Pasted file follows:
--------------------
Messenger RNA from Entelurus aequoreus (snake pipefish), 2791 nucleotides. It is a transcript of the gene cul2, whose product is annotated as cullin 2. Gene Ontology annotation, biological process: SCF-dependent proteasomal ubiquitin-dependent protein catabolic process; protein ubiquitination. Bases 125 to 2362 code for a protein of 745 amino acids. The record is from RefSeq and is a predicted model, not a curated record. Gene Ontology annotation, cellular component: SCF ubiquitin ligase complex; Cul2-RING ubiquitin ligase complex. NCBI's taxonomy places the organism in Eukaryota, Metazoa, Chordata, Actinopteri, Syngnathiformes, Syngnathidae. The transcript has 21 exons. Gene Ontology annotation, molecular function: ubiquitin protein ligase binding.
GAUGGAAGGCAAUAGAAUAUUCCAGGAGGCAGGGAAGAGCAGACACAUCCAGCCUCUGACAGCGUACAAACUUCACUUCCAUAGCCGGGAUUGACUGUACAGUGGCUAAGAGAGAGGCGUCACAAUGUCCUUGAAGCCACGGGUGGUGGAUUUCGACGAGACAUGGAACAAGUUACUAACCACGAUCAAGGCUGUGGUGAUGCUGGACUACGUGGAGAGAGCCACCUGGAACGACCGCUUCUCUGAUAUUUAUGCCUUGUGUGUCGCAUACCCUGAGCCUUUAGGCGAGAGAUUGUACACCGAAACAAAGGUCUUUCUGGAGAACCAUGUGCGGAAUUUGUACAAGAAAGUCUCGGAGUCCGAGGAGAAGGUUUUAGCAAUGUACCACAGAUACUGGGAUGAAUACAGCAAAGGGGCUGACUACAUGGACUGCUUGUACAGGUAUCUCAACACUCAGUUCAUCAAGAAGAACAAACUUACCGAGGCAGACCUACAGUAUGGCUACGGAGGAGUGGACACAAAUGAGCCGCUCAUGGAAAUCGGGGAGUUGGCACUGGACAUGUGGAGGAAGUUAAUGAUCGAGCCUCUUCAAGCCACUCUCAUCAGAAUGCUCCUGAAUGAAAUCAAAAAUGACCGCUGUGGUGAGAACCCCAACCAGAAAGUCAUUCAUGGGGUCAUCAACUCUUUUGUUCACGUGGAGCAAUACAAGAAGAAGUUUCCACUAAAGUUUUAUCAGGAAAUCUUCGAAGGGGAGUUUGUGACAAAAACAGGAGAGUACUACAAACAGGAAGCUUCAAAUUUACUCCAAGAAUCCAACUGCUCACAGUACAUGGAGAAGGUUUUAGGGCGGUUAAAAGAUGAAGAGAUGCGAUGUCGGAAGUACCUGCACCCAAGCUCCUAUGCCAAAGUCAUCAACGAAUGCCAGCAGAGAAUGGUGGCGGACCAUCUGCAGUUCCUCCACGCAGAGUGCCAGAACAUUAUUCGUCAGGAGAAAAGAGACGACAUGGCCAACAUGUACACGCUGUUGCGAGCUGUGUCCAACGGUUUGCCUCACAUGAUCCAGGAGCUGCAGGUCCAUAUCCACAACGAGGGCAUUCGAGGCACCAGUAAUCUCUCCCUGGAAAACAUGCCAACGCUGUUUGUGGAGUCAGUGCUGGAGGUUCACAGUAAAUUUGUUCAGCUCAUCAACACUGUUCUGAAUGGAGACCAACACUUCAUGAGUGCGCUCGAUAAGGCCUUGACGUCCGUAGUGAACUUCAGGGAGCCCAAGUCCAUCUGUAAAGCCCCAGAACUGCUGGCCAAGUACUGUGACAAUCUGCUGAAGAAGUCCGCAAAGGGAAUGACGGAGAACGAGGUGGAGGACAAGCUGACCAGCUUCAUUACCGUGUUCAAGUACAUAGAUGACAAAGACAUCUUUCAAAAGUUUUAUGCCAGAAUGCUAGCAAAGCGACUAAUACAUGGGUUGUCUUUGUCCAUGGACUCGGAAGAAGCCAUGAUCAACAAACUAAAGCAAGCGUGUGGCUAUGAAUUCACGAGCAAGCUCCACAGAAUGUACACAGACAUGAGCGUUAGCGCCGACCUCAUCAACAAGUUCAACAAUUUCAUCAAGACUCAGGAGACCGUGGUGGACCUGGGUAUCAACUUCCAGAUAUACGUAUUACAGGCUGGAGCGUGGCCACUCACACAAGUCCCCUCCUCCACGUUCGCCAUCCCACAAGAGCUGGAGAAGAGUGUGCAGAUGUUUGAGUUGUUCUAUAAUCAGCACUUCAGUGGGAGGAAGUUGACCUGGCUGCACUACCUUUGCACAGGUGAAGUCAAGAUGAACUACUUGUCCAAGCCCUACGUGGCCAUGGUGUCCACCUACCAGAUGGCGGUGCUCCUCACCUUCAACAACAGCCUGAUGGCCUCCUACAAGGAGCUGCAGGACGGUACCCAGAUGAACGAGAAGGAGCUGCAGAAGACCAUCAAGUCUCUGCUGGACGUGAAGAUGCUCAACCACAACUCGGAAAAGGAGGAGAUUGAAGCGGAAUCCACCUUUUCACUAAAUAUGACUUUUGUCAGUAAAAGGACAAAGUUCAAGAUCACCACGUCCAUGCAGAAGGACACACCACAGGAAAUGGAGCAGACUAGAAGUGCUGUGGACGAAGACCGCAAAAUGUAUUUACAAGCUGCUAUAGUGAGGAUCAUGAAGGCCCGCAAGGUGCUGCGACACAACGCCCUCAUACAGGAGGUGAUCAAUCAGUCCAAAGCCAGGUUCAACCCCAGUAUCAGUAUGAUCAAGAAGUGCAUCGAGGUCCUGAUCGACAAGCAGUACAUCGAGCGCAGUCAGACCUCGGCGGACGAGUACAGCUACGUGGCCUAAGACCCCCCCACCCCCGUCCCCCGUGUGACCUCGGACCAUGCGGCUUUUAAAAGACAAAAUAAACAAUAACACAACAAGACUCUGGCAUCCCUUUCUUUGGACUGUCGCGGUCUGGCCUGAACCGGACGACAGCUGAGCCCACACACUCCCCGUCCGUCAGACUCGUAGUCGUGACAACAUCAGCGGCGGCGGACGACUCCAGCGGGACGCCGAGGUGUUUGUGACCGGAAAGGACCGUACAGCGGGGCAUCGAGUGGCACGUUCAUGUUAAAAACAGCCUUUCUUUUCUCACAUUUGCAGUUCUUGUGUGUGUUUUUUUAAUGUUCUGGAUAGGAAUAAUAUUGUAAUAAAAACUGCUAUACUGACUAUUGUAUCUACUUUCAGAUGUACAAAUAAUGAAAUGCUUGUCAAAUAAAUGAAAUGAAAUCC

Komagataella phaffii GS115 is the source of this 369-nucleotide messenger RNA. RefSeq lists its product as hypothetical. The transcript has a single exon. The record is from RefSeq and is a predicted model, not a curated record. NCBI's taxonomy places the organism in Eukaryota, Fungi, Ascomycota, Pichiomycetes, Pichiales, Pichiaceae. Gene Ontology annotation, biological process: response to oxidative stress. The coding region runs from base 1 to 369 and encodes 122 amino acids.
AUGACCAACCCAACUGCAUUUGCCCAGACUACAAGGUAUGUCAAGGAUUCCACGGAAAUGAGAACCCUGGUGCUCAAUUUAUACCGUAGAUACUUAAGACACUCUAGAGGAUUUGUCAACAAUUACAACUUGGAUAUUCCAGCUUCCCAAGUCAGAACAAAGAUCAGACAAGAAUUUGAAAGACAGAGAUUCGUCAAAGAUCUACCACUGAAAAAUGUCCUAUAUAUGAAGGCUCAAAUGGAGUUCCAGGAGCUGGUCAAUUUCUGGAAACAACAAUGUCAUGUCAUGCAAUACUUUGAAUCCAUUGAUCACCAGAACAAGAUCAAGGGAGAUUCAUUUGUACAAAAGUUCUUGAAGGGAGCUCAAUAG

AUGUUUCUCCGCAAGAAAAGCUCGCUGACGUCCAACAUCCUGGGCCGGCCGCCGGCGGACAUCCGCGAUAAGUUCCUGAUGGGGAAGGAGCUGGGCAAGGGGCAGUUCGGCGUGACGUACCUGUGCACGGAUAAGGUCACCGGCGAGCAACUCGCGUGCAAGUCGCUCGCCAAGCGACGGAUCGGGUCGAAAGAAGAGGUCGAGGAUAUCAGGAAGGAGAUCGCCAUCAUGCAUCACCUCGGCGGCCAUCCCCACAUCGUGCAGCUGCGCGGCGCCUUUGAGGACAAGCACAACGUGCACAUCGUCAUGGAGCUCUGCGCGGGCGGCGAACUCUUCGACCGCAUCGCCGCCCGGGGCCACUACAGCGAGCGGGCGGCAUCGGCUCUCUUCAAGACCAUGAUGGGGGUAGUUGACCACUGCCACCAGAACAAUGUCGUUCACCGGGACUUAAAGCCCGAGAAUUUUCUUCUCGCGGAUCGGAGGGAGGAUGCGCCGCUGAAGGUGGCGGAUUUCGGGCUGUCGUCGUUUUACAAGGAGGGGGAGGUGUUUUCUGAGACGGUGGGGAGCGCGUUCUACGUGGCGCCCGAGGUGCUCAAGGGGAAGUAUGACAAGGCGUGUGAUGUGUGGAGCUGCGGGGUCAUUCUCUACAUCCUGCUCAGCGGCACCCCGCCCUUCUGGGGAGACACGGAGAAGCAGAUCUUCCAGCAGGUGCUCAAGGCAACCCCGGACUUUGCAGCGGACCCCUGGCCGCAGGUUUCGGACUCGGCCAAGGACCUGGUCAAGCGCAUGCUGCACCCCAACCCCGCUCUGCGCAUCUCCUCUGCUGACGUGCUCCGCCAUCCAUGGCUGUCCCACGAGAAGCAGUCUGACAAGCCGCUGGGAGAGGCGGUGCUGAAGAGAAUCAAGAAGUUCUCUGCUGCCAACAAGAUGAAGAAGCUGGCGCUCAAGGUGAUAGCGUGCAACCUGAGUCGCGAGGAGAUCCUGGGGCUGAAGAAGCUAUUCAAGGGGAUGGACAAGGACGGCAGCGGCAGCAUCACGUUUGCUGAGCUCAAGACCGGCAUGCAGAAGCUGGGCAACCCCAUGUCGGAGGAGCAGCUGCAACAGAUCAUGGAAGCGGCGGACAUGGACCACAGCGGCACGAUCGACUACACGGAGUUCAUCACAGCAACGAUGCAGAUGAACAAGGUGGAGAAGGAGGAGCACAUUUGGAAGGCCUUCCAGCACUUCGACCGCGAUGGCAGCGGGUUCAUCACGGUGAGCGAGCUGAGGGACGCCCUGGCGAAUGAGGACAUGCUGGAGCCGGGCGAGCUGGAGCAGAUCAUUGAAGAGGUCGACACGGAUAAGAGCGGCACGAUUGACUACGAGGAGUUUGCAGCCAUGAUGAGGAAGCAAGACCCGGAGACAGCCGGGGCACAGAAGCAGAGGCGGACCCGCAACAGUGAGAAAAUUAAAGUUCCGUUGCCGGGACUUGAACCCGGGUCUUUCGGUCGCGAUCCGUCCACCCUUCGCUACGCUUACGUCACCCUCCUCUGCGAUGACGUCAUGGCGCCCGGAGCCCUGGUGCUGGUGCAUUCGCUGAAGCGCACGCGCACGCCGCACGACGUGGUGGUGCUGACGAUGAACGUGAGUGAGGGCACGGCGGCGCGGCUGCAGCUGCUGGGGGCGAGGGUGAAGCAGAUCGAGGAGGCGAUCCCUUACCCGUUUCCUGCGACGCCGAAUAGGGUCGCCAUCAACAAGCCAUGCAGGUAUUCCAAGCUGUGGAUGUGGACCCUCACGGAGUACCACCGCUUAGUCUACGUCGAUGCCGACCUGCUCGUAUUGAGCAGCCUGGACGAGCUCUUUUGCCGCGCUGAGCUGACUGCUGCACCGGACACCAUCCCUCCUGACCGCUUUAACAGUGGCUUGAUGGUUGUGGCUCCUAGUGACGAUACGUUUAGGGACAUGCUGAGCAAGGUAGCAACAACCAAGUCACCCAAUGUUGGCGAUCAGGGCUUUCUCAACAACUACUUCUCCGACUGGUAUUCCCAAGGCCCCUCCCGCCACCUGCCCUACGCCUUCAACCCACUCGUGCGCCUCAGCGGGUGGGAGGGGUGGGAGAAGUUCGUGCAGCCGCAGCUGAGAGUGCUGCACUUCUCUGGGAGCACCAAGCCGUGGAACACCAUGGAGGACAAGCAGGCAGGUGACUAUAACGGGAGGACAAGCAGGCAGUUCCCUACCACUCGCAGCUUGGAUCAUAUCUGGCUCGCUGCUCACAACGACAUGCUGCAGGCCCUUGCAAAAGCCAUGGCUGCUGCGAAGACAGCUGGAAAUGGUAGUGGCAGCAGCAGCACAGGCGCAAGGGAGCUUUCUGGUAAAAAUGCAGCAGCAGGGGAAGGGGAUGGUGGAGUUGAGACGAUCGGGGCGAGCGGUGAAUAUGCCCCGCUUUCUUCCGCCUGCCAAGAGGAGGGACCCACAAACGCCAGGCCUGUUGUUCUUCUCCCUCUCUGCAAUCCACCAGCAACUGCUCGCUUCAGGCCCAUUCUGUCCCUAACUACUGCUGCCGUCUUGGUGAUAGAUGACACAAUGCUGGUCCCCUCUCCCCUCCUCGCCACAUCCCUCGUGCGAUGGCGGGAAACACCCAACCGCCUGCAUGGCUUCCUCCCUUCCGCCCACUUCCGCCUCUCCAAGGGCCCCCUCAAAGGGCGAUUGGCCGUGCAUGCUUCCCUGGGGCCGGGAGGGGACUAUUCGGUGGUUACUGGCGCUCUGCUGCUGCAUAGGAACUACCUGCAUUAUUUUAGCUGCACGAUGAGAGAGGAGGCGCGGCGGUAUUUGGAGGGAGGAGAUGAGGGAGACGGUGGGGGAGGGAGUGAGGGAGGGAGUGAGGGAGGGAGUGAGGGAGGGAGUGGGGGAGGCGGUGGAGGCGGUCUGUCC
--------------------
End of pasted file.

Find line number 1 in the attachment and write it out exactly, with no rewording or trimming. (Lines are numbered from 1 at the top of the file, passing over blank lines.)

Messenger RNA from Entelurus aequoreus (snake pipefish), 2791 nucleotides. It is a transcript of the gene cul2, whose product is annotated as cullin 2. Gene Ontology annotation, biological process: SCF-dependent proteasomal ubiquitin-dependent protein catabolic process; protein ubiquitination. Bases 125 to 2362 code for a protein of 745 amino acids. The record is from RefSeq and is a predicted model, not a curated record. Gene Ontology annotation, cellular component: SCF ubiquitin ligase complex; Cul2-RING ubiquitin ligase complex. NCBI's taxonomy places the organism in Eukaryota, Metazoa, Chordata, Actinopteri, Syngnathiformes, Syngnathidae. The transcript has 21 exons. Gene Ontology annotation, molecular function: ubiquitin protein ligase binding.